1. Secure the embassy and personnel operating inside of Iraq.
Here is a “by the way.”
“Senate Confirms New US Ambassadors to Iraq, Egypt
WASHINGTON — Jun 26, 2014, 2:58 PM ET
By BRADLEY KLAPPER Associated Press
The Senate has confirmed new U.S. ambassadors to Iraq and Egypt after lengthy delays.
Stuart Jones was approved Thursday on a 93-0 vote to head the American embassy in Baghdad. Robert Beecroft was in that post but will move to Cairo. His nomination was confirmed by voice vote.
The president nominated both envoys in May. But their nominations have been held up in a larger Senate logjam that has affected dozens of appointees.
The U.S. hasn't had an Egypt ambassador since August 2013, when Anne Patterson left to become the top U.S. diplomat for the Middle East. The embassy post there has been filled by a lower-ranking diplomat for 10 months.
The White House has criticized Senate Republicans for holding up appointments over issues unrelated to their credentials."
2. Increase our intelligence, surveillance and reconnaissance assets
“The Air Force's new MC-12 Liberty aircraft and the first one deployed in-theater lands June 8 at Joint Base Balad, Iraq. A medium-altitude manned special-mission turboprop aircraft designed for intelligence, surveillance and reconnaissance, MC-12 aircraft supports coalition and joint ground forces.”
Courtesy of usaf.mil
3. Continue to increase our support to Iraqi security forces
Here is where mission creep begins. As Iraqi security forces make headway against ISIL (if they do), they will be entering deeper into territory that will require Sunni cooperation to keep under Iraq national integrity. American and allied presence may be required to balance the power in the field there until or unless the national government becomes unified.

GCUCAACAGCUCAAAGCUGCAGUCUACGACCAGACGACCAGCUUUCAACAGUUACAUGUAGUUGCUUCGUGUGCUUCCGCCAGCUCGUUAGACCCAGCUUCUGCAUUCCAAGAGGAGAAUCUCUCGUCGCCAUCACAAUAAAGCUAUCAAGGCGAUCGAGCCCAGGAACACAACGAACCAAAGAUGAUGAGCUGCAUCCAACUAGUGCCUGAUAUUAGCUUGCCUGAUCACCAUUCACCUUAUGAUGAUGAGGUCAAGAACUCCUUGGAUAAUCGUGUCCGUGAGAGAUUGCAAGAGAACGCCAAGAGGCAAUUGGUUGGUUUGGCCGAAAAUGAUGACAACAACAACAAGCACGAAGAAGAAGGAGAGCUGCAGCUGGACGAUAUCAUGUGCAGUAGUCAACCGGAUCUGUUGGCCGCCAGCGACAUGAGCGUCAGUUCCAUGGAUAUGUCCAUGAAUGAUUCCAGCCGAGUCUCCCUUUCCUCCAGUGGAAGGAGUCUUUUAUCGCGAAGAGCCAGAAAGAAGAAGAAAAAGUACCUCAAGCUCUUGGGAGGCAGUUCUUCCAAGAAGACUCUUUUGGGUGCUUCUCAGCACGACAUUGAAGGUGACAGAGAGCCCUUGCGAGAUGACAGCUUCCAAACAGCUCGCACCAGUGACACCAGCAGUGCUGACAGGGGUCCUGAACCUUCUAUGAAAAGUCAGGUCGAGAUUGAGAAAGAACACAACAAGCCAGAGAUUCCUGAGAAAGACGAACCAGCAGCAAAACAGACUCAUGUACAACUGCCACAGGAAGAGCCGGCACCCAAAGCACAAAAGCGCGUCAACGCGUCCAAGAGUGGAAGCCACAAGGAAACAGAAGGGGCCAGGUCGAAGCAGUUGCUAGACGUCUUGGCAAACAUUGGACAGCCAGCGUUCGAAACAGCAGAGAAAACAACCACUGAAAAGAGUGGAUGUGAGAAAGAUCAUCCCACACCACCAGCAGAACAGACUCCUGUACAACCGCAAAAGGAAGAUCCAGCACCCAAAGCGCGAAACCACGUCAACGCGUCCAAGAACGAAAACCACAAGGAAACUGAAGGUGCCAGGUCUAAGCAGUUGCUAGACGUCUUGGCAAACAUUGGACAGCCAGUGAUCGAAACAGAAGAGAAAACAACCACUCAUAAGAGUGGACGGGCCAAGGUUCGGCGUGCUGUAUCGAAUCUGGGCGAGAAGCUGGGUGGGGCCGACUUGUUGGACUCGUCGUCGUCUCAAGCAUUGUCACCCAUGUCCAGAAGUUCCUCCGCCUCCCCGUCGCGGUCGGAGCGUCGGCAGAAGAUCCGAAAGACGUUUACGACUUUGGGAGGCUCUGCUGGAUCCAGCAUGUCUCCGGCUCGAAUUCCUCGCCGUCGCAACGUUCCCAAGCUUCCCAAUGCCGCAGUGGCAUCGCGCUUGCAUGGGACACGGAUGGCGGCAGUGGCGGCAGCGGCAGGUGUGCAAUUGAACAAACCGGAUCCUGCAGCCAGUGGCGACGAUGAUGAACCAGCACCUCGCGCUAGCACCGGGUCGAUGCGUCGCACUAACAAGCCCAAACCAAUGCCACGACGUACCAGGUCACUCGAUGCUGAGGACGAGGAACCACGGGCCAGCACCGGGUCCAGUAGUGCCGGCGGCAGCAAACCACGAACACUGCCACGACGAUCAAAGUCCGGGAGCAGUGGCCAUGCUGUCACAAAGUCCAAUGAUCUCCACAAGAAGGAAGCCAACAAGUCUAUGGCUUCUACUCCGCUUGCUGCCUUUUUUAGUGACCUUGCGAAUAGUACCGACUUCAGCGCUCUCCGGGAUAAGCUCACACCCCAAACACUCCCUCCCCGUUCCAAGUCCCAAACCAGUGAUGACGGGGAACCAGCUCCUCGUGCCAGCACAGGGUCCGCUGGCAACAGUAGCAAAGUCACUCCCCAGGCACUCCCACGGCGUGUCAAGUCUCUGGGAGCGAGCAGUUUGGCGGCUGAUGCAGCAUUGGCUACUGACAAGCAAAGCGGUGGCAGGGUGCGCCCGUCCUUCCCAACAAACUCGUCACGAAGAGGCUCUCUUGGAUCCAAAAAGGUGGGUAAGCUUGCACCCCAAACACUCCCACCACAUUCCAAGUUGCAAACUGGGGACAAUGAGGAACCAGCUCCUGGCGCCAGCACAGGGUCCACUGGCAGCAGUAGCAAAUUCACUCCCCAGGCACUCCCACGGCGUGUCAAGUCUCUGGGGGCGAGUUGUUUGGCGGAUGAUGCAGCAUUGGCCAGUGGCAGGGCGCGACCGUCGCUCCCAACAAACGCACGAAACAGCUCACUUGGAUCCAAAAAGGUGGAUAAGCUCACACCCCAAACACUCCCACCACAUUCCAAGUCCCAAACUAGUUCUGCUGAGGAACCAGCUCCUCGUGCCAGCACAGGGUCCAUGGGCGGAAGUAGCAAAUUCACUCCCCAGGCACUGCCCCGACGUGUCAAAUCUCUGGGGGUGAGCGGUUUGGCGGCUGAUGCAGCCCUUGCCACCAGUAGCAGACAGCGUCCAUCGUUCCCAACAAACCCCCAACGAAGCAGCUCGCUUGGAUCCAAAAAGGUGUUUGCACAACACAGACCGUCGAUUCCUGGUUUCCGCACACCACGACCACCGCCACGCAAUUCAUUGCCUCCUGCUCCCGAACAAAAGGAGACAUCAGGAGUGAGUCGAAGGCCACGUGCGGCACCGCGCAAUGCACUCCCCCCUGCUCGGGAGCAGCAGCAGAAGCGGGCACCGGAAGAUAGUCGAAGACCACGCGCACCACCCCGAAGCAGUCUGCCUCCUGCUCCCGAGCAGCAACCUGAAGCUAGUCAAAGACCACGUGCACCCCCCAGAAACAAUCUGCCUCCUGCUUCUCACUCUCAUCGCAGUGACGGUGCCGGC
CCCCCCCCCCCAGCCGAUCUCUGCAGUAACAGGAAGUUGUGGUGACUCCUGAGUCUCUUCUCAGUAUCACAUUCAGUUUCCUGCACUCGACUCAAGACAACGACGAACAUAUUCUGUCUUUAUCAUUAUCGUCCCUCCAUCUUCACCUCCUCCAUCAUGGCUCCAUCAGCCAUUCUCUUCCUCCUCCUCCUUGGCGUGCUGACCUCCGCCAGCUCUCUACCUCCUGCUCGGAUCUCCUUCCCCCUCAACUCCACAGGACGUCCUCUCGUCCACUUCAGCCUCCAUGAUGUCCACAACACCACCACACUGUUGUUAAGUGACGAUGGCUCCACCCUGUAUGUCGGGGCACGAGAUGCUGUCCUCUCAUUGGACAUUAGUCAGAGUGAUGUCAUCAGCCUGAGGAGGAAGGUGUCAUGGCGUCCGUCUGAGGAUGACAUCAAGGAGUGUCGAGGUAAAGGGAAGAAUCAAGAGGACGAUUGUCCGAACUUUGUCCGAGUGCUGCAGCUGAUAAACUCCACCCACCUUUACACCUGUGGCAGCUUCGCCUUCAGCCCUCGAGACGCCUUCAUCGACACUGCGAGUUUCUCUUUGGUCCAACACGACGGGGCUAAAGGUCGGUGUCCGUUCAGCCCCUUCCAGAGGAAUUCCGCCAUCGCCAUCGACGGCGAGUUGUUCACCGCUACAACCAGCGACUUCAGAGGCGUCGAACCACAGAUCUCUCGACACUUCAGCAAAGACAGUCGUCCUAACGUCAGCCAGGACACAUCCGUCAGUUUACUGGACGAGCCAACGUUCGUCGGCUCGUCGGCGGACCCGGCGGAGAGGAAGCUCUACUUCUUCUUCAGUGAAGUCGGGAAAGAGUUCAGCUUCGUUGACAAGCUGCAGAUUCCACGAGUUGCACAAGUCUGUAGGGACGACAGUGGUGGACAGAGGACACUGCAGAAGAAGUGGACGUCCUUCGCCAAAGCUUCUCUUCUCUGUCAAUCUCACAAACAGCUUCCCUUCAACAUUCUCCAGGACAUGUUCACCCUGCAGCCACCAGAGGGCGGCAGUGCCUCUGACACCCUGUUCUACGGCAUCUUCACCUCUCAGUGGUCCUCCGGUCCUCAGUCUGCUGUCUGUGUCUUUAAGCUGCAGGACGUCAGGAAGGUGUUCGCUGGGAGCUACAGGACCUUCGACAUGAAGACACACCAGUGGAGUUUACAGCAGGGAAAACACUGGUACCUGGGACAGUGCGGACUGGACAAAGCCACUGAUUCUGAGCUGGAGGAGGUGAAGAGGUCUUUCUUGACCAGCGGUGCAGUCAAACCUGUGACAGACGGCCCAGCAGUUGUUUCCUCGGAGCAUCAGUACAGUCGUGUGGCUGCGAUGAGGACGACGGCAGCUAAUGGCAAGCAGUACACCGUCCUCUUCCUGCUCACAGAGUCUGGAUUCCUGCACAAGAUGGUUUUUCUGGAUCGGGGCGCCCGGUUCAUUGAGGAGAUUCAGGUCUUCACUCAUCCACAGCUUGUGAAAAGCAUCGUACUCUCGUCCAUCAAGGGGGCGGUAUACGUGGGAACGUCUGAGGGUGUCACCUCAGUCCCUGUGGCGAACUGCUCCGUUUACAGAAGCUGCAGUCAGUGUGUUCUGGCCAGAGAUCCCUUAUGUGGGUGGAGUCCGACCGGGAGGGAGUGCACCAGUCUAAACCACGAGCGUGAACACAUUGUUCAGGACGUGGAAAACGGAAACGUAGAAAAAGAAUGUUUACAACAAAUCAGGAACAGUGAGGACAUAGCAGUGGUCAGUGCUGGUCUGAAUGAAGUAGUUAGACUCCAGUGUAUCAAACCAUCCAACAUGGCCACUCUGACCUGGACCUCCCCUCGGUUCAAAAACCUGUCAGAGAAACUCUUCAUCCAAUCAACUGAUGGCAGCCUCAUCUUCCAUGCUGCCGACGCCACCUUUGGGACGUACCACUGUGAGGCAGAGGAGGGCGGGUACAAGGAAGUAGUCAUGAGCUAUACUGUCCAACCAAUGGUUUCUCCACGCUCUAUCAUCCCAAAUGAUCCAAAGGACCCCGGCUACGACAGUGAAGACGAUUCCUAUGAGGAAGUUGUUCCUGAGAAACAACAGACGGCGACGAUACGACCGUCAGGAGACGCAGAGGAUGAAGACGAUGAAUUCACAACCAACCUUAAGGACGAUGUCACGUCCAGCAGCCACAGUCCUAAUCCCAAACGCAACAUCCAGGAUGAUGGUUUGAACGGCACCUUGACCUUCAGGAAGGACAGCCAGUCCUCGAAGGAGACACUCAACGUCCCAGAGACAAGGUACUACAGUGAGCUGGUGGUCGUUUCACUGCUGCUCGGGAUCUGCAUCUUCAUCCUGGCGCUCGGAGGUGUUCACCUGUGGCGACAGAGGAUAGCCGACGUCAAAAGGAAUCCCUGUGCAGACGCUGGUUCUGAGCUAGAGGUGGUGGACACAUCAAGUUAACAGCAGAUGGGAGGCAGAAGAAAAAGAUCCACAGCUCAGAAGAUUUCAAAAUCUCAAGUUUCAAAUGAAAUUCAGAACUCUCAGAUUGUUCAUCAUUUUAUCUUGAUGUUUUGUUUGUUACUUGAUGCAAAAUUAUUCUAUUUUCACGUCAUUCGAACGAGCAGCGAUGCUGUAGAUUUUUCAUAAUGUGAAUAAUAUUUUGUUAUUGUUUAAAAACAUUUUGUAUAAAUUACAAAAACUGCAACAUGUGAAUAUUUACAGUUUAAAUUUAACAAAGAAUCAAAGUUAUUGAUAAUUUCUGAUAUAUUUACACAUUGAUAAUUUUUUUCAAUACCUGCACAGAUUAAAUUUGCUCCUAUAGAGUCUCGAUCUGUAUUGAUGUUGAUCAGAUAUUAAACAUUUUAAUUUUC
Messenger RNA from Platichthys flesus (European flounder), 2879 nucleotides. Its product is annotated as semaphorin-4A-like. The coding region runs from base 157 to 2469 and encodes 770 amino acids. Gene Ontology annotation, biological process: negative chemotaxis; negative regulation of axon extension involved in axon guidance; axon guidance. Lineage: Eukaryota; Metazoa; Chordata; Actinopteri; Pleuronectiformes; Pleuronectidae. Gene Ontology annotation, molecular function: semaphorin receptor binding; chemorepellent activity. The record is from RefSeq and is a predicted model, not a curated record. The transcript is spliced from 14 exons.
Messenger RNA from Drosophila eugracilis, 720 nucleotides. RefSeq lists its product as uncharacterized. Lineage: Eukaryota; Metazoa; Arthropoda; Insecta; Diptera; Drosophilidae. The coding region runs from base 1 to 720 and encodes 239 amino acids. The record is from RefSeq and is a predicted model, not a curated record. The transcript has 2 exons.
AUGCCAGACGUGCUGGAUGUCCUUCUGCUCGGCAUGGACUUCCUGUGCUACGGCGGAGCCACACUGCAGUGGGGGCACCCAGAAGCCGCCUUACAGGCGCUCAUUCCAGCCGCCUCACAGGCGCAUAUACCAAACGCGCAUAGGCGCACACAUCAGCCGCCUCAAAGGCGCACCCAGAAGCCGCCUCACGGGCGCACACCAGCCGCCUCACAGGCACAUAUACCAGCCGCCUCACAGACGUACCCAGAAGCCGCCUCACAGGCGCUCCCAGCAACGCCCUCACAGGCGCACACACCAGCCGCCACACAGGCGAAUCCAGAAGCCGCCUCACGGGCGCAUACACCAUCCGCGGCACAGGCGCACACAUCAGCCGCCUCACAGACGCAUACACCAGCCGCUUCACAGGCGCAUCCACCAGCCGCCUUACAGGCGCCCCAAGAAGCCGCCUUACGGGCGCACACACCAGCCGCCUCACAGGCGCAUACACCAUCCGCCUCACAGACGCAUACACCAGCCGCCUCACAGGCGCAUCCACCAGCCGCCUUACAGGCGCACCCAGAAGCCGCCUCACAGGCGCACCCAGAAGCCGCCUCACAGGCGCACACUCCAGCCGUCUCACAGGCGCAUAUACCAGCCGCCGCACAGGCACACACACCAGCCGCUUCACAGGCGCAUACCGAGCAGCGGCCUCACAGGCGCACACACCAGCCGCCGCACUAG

4. Position additional U.S. military assets in the region
They don’t arrive empty handed.
“WASHINGTON — Nearly 300 armed American forces are being positioned in and around Iraq to help secure U.S. assets as President Barack Obama nears a decision on an array of options for combating fast-moving Islamic insurgents, including airstrikes or a contingent of special forces.
The U.S. and Iran also held an initial discussion on how the longtime foes might cooperate to ease the threat from the al-Qaida-linked militants that have swept through Iraq. Still, the White House ruled out the possibility that Washington and Tehran might coordinate military operations in Iraq.
Obama met with his national security team Monday evening to discuss options for stopping the militants known as the Islamic State of Iraq and the Levant. Officials said the president has made no final decisions on how aggressively the U.S. might get involved in Iraq, though the White House continued to emphasize that any military engagement remained contingent on the government in Baghdad making political reforms.”
5. Lead a diplomatic effort to work with Iraqi leaders and the countries in the region to support stability in Iraq
Secretary of State Kerry seemed invisible for awhile, but now he is engaged full force in trying to develop and implement Barack Obama’s foreign policy. It may be a good thing that Kerry has combat experience because he is boots-on-the-ground right along with American troops.